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Behavior - Discipline - Teach

  

Behavior - Discipline - Teach




Many teachers and schools struggle with student behaviors and discipline problems. This is not something new and there is really no magic answer. But you can possibly diminish teacher and administration struggles and frustrations with a few simple steps involving where you place your focus of instruction. There is no question that there are special students who bring challenges to our schools and classrooms in which special arrangements might need to be implemented for the safety of the student, other students, and staff.  What we are looking at is discipline disruptions and annoyance behavior that takes away from instructional time in the classroom during such things as lining up, washing hands, and other transitional activities. With a few simple steps, many of these frustrations and loss of instructional time may be relieved, therefore relieving some personal stress on staff.




If we are working in schools everyone in the building is a “teacher”  in some form or way. Therefore, if we are all teachers we need to remember that teaching children how to behave is part of our jobs. Telling someone what to do is only part of teaching. As educators, we know other elements need to be added such as modeling, practice, and sometimes review. Many times we assume the students know, but do they actually know exactly what you are expecting? If as teachers we assume they do not know then we can teach the expected behavior. To achieve this when a disruption occurs instead of stopping and talking with the student about it, “teach” the students what you expect to be occurring. If this disruption is something you have taught already, stop and give a reminder by using a question such as, “Is this the way we wash our hands?” If that statement doesn’t change their behavior it is time for a reteach.  




Looking deeper into this process, assessments are a daily part of education. Therefore use questioning as a form of formative assessment with the students. When you see a student running, asked them, “Did I see you running?” That’s it, and see what they do. Some will drop their heads, others will start walking, while others will go back to the end of the hall and walk. This puts the responsibility on the student and removes the school staff from disciplining to educating. With consistent efforts and reteaching when necessary, the simple question, in most cases, turns to behavior back to positive.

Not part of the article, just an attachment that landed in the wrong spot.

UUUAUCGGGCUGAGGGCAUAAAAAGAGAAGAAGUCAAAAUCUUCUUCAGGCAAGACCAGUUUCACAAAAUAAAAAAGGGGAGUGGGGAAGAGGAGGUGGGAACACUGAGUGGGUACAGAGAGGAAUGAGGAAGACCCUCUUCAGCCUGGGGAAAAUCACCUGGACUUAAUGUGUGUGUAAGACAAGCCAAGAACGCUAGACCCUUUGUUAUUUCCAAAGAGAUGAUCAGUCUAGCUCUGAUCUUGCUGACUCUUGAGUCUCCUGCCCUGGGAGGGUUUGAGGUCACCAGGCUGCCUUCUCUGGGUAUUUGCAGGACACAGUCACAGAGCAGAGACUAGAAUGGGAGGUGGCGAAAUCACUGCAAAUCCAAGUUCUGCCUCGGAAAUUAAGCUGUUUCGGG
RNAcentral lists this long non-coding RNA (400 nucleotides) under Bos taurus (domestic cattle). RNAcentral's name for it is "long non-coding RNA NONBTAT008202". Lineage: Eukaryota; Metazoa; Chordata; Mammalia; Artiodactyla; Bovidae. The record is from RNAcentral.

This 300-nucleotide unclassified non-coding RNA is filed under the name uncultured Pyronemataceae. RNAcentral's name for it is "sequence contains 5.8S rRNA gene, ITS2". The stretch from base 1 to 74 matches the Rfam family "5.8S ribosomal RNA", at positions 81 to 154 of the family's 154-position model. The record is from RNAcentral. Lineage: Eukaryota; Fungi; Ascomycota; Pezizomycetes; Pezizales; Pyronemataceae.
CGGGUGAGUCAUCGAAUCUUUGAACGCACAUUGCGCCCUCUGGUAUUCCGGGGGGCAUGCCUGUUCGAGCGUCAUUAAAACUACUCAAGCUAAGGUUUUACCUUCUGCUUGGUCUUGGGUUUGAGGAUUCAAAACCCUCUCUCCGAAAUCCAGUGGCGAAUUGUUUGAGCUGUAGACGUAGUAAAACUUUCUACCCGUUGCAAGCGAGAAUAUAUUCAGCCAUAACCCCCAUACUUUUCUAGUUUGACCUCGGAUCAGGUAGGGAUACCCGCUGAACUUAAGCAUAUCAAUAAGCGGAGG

Quite often it seems many problems that arise in classrooms, cafeterias, playgrounds, and school hallways are due to assumptions. We assume the student knows not to run in the halls, which is a common one. There are other routines we can assume the students should know how to do from year-to-year, such as checking out library books, paying for lunches, using the restrooms, turning in papers, and the list goes on. By changing our focus from discipline to teaching we change the words we use and turn the negative into a positive. Students come from all over the world into our building and at one time we could assume when they came to school all would know how to use the restrooms. This is no longer the case in the world we live in today. Therefore it becomes important as a school that we put everything into teaching mode and not assume they know how things are done. We should not discipline a person for dropping the toilet paper on the floor after using the restroom. We do not know if that child has ever been taught that in most cases in America it is okay to flush the toilet paper. Many places have a garbage for you to drop the toilet paper in, and there was not a garbage can so they left it on the floor. This may seem to be an extreme example yet it is observed in many buildings especially with younger students. 




As teachers we are not there to discipline students but to teach. Only we often forget that teaching social behaviors is part of the instruction process. There is no question that many years ago there were social norms and expectations and the majority of families and schools and classrooms leaned on the leadership from the homes to develop those. Today we find a multitude of cultures and backgrounds coming into our classrooms therefore it becomes key we teach school and classroom expectations so everyone has the understanding and the ability to be successful. Often there are children who are “disciplined” for actions they had no idea were considered inappropriate. Now the question becomes who is in the wrong, student or teacher because we should not impose a punishment on something the person has no idea is wrong or unacceptable. Therefore it becomes our responsibility to include lessons on expected behaviors in our schools and classrooms.




By changing our focus from discipline to teaching we change the synergy in our teaching which then impacts the atmosphere in the building positively. By taking simple steps of examining the behaviors you struggle within your school or classroom you can then begin to develop instruction to address those situations and focus more on teaching concepts. Classrooms will have more time to focus on academics and not spending energy on the negative impacts of discipline.  

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